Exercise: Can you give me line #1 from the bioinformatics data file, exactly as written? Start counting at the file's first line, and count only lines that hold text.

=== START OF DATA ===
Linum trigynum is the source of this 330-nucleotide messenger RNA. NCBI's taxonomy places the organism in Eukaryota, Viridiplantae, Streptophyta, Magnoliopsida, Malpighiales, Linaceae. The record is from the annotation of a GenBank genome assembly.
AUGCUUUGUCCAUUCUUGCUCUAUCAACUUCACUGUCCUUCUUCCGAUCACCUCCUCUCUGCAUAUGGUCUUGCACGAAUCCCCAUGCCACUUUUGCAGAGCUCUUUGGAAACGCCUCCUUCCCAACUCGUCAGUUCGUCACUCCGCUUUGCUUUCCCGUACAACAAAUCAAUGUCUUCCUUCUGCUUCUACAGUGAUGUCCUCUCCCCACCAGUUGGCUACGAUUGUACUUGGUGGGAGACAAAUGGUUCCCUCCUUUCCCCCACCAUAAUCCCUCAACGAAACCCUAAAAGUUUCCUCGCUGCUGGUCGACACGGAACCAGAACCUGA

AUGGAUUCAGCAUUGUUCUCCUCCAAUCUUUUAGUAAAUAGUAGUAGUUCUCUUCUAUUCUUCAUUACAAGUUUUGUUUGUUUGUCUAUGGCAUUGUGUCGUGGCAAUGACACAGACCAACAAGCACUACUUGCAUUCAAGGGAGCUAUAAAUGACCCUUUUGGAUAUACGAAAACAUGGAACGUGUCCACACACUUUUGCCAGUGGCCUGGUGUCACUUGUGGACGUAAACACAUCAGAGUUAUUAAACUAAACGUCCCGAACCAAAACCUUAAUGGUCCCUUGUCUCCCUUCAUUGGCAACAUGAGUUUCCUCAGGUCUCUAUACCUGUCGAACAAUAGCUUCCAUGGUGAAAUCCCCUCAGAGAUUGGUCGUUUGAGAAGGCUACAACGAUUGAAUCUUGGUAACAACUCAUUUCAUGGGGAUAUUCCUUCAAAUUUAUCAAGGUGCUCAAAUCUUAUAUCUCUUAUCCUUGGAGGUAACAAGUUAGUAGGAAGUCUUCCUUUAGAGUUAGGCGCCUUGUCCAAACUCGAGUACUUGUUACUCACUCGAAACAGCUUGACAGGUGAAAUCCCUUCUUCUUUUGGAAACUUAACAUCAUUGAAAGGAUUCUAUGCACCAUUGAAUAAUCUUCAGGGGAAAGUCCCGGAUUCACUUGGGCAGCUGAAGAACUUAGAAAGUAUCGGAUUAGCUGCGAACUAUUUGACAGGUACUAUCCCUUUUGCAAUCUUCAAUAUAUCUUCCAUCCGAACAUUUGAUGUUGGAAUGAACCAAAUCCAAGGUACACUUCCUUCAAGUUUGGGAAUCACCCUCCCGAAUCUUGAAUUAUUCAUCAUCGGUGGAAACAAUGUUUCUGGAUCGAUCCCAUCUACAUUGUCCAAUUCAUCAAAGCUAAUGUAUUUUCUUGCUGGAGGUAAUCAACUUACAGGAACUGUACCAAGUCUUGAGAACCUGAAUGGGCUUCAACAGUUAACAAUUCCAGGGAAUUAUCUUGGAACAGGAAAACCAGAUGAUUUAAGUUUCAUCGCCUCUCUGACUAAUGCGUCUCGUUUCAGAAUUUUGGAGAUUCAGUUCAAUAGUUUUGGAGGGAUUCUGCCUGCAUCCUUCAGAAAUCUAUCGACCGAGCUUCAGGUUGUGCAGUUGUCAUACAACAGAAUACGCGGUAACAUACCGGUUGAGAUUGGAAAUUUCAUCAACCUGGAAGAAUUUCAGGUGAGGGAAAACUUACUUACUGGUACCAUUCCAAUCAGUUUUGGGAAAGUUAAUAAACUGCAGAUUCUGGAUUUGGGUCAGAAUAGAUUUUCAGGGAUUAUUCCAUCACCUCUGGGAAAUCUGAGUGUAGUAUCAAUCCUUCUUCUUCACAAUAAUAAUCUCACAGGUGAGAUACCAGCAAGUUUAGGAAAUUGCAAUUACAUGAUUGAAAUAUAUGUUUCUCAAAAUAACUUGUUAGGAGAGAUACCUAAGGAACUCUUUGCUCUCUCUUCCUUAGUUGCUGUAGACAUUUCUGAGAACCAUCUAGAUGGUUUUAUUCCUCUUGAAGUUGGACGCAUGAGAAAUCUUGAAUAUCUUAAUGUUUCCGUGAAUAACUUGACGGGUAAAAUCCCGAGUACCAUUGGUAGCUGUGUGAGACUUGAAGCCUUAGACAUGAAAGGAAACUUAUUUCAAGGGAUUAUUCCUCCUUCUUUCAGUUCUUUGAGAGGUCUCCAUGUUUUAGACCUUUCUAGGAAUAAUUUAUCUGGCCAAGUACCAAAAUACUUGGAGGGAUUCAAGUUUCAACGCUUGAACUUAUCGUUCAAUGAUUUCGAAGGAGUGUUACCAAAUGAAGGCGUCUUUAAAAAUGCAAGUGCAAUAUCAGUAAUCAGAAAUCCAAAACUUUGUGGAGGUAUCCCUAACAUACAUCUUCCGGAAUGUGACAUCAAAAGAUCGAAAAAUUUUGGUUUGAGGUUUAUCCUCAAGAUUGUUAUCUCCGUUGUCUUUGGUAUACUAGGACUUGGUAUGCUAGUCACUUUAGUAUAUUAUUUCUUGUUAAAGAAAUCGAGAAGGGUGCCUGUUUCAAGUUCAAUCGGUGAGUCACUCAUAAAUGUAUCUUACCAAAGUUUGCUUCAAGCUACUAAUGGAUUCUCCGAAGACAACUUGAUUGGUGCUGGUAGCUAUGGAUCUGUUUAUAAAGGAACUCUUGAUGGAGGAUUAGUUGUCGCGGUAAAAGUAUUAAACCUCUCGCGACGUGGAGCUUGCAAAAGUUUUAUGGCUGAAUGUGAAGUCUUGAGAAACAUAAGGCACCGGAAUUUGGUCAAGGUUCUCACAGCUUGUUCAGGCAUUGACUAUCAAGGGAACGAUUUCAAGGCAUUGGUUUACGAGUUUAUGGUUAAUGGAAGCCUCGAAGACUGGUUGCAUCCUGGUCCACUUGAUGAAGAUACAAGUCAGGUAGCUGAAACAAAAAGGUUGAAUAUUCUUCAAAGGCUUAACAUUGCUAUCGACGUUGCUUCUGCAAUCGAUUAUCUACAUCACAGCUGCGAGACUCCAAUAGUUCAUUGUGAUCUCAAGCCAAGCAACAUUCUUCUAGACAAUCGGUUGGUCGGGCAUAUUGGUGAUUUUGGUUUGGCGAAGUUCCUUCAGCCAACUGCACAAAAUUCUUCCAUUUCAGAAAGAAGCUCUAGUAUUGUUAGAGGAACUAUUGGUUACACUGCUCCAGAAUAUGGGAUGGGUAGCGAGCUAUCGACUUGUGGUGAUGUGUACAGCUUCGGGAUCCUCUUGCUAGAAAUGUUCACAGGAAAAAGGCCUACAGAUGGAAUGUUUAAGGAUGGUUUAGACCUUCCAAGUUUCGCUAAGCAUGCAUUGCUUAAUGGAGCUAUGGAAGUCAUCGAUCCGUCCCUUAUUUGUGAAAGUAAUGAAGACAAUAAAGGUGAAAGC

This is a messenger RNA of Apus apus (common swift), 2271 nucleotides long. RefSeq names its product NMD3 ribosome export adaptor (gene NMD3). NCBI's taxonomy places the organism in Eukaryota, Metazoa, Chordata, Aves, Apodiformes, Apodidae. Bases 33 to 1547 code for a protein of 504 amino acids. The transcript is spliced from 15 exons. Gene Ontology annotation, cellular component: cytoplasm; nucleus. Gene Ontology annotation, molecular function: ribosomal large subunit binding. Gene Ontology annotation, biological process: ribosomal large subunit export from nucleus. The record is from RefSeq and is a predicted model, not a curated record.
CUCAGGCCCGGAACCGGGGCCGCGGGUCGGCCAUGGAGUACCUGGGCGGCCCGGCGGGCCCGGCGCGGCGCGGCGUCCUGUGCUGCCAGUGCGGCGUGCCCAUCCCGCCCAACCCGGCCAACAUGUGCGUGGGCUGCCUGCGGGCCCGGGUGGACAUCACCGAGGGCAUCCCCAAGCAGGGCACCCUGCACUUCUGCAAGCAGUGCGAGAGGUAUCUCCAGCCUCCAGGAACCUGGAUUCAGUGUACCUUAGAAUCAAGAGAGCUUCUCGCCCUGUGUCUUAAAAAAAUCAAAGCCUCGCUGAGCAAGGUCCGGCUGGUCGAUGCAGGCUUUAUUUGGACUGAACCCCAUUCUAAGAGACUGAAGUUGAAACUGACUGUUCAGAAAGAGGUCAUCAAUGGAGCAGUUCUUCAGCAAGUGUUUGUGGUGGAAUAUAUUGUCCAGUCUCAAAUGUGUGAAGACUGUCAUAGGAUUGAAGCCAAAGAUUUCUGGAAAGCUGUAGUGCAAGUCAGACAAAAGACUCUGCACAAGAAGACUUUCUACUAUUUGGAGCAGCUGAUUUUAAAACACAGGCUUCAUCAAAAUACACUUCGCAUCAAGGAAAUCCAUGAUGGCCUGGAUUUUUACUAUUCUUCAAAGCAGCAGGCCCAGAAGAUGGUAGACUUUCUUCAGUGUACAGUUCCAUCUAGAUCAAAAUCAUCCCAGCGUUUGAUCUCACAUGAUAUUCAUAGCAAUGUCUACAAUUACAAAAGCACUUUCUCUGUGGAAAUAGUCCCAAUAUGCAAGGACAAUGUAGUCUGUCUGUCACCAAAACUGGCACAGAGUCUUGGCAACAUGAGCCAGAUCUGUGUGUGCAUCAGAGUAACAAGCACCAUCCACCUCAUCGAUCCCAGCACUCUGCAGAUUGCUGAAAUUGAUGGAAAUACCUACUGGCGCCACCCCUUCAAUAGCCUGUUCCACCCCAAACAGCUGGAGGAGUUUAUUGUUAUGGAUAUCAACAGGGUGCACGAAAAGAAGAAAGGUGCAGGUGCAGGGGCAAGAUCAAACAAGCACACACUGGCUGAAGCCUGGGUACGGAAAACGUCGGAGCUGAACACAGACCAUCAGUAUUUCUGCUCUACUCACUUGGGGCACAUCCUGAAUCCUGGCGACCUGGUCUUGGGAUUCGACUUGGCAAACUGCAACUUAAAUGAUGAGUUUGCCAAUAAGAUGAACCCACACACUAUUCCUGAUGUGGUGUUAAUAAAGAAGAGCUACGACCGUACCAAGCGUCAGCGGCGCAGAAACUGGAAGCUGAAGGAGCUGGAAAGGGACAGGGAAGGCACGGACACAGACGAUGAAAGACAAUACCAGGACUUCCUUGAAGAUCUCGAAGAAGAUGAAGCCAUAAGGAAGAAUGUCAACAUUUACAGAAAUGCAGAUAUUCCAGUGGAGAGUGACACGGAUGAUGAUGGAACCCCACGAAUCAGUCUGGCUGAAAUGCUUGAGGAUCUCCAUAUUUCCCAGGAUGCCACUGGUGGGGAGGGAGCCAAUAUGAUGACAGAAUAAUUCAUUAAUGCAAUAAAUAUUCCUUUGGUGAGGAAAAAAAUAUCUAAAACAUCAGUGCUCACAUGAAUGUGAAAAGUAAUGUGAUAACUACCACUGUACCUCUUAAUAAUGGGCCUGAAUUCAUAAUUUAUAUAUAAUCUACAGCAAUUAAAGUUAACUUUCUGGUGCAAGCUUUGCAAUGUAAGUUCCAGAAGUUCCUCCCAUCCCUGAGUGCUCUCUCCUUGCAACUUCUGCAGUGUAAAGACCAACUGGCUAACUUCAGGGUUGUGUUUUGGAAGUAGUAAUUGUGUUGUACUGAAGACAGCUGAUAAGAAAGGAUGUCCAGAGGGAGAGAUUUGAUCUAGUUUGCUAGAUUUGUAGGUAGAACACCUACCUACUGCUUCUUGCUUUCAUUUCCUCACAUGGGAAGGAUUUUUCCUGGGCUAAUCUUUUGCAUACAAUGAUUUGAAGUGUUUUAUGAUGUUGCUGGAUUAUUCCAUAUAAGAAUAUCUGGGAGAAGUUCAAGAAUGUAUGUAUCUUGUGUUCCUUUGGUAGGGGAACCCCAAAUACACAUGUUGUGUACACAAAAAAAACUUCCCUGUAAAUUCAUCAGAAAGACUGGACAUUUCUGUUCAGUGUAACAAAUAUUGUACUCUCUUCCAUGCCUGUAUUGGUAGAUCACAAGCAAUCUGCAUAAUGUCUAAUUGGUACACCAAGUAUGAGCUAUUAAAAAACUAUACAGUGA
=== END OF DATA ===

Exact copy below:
Linum trigynum is the source of this 330-nucleotide messenger RNA. NCBI's taxonomy places the organism in Eukaryota, Viridiplantae, Streptophyta, Magnoliopsida, Malpighiales, Linaceae. The record is from the annotation of a GenBank genome assembly.